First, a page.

Illness and death

President Ronald Reagan and Nancy Reagan with Rock Hudson
Hudson (left) with President Ronald Reagan and first lady Nancy Reagan at a May 1984 White House state dinner

Unknown to the public, Hudson was diagnosed with a severe chronic desease on June 5, 1984. Over the next several months, Hudson kept his illness a secret and continued to work while, at the same time, traveling to France and other countries seeking a cure, or at least treatment to slow the progression of the disease.

On July 16, 1985, Hudson joined his old friend Doris Day for a Hollywood press conference announcing the launch of her new TV cable show Doris Day's Best Friends in which Hudson was videotaped visiting Day's ranch in Carmel, California, a few days earlier. He appeared gaunt and during the segment Hudson did very little speaking, with most of it consisting of Day and Hudson walking around as Day's recording of "My Buddy" played in the background, with Hudson noting he had quickly tired out. His appearance was enough of a shock that the reunion was broadcast repeatedly over national news shows that night and for days to come. Media outlets speculated on Hudson's health. Day later acknowledged: "He was very sick. But I just brushed that off and I came out and put my arms around him and said 'Am I glad to see you.'"

Two days later, Hudson traveled to Paris, France, for another round of treatment. After Hudson collapsed in his room at the Ritz Hotel in Paris on July 21, his publicist Dale Olson released a statement claiming that Hudson had inoperable liver cancer.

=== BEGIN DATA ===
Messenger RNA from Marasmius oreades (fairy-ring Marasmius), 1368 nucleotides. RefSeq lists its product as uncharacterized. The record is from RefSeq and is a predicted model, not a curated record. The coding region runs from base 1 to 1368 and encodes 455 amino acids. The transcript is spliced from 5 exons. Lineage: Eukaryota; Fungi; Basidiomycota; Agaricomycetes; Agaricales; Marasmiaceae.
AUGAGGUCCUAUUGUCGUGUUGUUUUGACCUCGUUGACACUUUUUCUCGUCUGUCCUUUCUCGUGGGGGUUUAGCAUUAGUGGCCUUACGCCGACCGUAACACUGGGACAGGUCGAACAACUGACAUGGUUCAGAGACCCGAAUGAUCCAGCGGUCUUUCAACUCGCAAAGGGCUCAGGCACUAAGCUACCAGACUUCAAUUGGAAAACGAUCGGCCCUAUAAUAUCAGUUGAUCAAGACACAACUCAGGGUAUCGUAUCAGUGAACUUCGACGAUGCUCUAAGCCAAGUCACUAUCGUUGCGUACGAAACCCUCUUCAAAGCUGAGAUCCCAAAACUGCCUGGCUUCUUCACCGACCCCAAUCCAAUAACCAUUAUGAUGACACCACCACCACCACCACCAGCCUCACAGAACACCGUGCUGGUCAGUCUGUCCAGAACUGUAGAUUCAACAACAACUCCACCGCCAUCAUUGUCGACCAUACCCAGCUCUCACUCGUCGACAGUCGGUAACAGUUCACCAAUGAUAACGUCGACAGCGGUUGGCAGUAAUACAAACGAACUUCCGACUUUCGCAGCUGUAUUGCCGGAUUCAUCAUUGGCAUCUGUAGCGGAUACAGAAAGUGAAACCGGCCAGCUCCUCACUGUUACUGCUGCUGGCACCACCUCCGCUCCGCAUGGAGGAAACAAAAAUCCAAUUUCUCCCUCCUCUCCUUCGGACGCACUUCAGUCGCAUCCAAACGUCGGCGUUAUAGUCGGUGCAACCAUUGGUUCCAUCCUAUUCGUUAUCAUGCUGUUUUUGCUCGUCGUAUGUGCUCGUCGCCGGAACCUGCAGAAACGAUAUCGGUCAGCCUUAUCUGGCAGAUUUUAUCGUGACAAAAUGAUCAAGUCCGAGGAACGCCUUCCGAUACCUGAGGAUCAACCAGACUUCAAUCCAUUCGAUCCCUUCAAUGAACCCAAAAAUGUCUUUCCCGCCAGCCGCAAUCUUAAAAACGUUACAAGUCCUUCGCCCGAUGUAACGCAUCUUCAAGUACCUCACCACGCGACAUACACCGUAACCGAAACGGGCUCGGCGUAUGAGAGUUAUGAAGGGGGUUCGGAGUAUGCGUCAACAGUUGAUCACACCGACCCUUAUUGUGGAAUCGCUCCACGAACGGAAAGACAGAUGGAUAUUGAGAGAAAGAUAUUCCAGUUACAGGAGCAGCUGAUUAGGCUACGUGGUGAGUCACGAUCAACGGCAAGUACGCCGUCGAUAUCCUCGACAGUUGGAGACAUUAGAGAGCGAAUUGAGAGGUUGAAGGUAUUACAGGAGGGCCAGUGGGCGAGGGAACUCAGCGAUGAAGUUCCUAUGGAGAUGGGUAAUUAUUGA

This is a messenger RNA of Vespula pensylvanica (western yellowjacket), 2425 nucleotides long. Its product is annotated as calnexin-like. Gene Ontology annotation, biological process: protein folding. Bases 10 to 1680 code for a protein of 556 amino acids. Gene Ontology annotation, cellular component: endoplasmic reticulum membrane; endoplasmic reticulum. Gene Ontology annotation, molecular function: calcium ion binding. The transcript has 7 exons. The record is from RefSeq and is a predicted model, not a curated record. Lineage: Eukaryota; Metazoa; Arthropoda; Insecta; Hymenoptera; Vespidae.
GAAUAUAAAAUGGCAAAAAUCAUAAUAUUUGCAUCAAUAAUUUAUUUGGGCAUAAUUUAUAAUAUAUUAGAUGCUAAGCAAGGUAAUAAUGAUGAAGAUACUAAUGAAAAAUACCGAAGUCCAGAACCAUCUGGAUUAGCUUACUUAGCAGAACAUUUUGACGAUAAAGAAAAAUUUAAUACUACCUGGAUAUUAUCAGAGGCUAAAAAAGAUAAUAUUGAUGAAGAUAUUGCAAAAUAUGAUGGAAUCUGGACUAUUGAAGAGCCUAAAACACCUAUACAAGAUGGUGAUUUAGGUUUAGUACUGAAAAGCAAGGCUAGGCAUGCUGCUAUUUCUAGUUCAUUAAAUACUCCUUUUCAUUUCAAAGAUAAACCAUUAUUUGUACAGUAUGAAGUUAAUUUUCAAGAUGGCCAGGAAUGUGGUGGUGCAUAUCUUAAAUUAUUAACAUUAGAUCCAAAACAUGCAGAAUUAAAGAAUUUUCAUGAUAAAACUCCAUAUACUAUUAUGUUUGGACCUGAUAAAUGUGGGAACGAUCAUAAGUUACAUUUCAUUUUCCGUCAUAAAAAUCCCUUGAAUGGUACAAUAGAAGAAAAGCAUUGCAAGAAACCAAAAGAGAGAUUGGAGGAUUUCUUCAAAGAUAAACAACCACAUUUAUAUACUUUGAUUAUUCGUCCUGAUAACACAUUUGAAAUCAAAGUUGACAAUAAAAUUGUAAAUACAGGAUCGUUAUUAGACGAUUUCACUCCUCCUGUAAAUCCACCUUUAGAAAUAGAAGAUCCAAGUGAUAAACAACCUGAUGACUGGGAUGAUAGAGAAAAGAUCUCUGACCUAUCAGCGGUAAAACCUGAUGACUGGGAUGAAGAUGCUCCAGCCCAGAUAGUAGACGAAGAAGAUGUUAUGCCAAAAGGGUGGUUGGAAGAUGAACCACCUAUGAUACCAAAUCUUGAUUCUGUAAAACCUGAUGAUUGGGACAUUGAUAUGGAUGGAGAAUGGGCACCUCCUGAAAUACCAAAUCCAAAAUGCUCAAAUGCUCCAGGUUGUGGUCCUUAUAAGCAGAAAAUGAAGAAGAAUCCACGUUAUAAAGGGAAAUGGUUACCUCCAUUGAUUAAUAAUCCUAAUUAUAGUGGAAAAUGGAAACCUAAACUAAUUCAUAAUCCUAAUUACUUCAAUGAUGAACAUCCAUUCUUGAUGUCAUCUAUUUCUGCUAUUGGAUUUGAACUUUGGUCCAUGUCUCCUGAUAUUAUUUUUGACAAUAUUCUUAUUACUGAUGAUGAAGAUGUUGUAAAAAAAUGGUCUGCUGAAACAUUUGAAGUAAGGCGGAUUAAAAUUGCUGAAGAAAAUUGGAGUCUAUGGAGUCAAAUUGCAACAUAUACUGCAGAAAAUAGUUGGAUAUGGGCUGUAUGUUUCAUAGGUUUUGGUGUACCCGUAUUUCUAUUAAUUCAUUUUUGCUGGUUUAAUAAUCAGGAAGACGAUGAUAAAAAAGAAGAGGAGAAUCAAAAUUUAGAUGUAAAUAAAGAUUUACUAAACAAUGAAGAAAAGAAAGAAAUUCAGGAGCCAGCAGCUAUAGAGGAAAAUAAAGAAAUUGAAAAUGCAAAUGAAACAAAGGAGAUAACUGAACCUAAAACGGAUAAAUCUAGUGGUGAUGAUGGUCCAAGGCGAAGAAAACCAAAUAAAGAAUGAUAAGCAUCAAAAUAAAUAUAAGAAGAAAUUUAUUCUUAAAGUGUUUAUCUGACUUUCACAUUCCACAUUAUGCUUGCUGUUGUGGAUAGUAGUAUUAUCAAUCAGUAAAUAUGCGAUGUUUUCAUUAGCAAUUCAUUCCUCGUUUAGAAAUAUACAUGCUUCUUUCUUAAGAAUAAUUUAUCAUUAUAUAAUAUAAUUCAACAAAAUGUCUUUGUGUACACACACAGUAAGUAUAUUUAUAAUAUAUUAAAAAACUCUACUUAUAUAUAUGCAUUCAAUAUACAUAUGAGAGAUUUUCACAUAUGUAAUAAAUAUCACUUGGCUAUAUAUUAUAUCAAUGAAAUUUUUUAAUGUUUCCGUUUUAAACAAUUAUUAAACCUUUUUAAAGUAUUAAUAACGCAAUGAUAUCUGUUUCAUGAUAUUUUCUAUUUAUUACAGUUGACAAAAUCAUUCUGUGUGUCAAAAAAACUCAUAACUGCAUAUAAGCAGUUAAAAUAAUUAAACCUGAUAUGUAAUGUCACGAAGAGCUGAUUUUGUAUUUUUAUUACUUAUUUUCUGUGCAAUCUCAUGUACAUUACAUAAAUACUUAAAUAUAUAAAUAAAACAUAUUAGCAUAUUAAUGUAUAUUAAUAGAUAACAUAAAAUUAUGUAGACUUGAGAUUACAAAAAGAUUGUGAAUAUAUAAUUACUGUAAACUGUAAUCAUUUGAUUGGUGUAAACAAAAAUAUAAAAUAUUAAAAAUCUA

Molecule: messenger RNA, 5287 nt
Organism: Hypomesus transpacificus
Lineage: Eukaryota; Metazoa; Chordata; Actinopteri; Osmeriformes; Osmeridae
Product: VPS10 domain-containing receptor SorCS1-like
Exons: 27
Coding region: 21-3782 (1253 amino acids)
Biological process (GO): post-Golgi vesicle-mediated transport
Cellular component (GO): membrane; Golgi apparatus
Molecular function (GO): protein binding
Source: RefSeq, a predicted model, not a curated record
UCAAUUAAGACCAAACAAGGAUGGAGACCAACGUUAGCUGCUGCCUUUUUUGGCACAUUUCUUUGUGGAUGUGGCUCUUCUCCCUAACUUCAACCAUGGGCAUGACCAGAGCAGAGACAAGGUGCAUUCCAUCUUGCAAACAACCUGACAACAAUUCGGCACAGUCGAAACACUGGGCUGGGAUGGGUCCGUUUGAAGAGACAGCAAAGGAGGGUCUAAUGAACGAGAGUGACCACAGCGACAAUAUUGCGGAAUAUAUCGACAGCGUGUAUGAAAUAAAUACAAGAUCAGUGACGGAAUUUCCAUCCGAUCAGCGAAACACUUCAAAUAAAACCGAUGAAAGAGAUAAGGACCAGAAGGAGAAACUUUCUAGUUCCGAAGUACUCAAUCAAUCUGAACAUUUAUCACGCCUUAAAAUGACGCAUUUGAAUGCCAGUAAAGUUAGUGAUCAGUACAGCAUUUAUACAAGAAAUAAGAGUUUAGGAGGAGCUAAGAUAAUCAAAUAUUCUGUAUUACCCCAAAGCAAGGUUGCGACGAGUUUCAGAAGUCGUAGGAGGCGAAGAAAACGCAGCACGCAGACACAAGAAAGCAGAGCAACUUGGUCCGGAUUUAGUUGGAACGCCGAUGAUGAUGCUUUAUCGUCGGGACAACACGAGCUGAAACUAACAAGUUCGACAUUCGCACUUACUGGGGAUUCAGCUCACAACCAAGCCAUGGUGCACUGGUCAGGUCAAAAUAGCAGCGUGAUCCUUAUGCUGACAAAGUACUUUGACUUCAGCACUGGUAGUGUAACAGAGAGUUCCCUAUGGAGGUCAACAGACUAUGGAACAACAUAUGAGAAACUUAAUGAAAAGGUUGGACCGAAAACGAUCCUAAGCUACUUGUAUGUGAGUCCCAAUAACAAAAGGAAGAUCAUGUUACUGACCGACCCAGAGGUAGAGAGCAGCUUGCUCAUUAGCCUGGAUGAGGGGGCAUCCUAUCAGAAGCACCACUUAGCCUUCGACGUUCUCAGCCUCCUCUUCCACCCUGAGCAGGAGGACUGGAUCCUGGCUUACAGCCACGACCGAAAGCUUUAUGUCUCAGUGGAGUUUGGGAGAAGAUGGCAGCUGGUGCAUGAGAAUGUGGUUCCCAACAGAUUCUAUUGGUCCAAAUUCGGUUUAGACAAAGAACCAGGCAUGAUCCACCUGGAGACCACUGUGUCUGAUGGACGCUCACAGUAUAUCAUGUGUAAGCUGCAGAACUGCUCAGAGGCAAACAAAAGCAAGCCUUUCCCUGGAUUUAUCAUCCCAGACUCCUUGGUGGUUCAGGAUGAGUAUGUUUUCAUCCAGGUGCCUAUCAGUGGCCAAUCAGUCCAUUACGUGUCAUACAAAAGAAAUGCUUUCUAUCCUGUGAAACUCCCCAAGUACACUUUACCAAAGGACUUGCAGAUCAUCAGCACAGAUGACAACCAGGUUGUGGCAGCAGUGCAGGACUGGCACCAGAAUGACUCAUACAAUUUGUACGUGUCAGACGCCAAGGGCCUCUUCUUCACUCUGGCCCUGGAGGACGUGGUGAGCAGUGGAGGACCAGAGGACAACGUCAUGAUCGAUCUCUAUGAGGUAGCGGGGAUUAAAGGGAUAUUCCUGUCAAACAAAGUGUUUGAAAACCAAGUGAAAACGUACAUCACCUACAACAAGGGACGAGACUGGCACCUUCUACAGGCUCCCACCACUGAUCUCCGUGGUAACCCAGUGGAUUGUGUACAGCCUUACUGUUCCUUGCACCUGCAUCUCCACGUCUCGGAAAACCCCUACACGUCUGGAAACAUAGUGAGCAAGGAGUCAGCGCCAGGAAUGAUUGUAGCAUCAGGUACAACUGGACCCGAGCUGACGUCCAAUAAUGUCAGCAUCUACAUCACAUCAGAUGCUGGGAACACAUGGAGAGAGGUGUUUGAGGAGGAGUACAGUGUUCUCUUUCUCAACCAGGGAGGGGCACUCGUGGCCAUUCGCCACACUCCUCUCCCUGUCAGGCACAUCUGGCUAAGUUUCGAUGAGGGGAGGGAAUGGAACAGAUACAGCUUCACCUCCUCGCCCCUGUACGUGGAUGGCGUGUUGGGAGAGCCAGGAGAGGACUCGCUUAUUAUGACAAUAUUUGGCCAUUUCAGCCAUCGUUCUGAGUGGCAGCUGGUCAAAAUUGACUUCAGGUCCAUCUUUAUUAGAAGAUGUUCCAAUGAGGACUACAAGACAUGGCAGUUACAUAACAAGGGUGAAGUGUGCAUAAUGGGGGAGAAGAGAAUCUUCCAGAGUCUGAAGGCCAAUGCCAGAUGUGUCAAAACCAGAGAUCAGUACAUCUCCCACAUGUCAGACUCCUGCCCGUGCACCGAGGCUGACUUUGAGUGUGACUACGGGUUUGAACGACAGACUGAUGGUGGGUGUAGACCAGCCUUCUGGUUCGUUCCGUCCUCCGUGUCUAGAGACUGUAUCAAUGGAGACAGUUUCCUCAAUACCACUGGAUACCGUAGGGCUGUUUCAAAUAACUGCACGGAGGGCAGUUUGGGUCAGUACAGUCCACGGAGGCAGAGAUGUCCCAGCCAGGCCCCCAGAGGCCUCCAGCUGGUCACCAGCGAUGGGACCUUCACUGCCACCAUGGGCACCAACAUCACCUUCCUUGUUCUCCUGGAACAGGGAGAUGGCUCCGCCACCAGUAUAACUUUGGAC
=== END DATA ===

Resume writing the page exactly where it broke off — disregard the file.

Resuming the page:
Hudson flew back to Los Angeles on July 30. He was so weak that he was removed by stretcher from the Air France Boeing 747 he had chartered, on which he and his medical attendants were the only passengers. He was flown by helicopter to UCLA Medical Center, where he spent nearly a month undergoing further treatment. He was released from the hospital in late August 1985 and returned to his home in Beverly Hills, Los Angeles for private hospice care.

At around 9:00 a.m. on October 2, 1985, Hudson died in his sleep at his home in Beverly Hills at the age of 59, less than seven weeks before what would have been his 60th birthday. Hudson requested that no funeral be held. His body was cremated hours after his death and a cenotaph later was established at Forest Lawn Cemetery in Cathedral City, California. His ashes were scattered in the channel between Wilmington, Los Angeles and Santa Catalina Island.


Los Angeles (California, USA), Hollywood Boulevard, Rock Hudson -- 2012 -- 4974
Hudson's star at on the Hollywood Walk of Fame at 6116 Hollywood Blvd.

For his contribution to the motion picture industry, Hudson was given a star on the Hollywood Walk of Fame (located at 6116 Hollywood Blvd). Following his death, Elizabeth Taylor, his co-star in the film Giant, purchased a bronze plaque for Hudson on the West Hollywood Memorial Walk. In 2002, a Golden Palm Star on the Palm Springs Walk of Stars was dedicated to him.



Year Title Role Notes
1948 Fighter Squadron Pilot Uncredited
1949 Undertow Detective Credited as Roc Hudson
1950 One Way Street Truck driver Uncredited
1950 Shakedown Valet Uncredited (59 minutes into the movie)
1950 Peggy Johnny "Scat" Mitchell
1950 Winchester '73 Young Bull
1950 The Desert Hawk Captain Ras
1951 Tomahawk Burt Hanna
1951 Air Cadet Upper classman
1951 The Fat Man Roy Clark
1951 Bright Victory Dudek